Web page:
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Obama Administration Drafts Transportation Bill; May 31 Deadline Looms

In all likelihood the $478 billion transportation bill proposed by the Obama Administration earlier this week is dead on arrival. But can the federal government get a long-term bill together by the May 31 deadline?
April 3, 2015, 5am PDT | James Brasuell | @CasualBrasuell
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"The Obama administration sent Congress a $478 billion bill Monday that would provide the federal share of transportation funding for the next six years, the first legislation out of the gate in a year that is likely to produce a competition among three bills," reports Ashley Halsey.

As the final statement of that paragraph implies, Halsey's coverage focuses on the prospect of the federal government getting its act together to pass a long-term transportation funding solution under the may 31 deadline. That prognosis is not good.

Halsey also explains that the Obama Administration's bill, as released on Monday is the least likely of the three versions to pass both houses, but to start the discussion, the bill proposes the following funding mechanism for the critical issue of the Highway Trust Fund: "The administration bill rolled out Monday would bolster the gas-tax reliant Highway Trust Fund by imposing a 14 percent tax on an estimated $2 billion that U.S. corporations have stashed offshore to avoid higher corporate tax rates." While either house is not expected to raise funding beyond the current $50 billion a year. The Obama Administration's proposal raises yearly spending by $25 billion.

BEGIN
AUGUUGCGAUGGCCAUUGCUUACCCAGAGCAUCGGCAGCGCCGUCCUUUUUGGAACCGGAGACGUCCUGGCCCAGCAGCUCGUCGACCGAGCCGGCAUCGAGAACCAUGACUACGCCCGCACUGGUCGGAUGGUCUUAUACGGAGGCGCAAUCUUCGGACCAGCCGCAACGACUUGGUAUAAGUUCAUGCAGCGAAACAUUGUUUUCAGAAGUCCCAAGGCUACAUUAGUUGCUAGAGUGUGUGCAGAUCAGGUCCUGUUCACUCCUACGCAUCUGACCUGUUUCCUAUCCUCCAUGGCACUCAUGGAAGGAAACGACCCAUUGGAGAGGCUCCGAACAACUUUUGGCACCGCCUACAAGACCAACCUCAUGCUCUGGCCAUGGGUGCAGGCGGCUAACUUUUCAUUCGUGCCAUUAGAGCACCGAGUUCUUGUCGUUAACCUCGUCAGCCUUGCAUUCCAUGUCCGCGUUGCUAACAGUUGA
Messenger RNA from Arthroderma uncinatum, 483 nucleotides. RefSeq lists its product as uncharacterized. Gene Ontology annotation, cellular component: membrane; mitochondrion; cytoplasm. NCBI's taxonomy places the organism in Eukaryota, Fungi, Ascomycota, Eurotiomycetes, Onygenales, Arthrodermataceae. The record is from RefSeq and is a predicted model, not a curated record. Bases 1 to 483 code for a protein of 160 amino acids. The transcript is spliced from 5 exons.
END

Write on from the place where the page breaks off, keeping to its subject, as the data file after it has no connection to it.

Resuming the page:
Keith Lang also covers the Obama Administration's proposal, focusing especially on language in the bill that would "lift the ban on states placing tolls on existing highway lanes." Lang also provides insight into the arguments made in support and opposition of allowing toll lanes on federal highways.

In a separate article, Laing notes the outpouring of support for the Obama Administration's version of the bill from industry and advocacy sources like AAA.

Full Story:
Published on Monday, March 30, 2015 in The Washington Post
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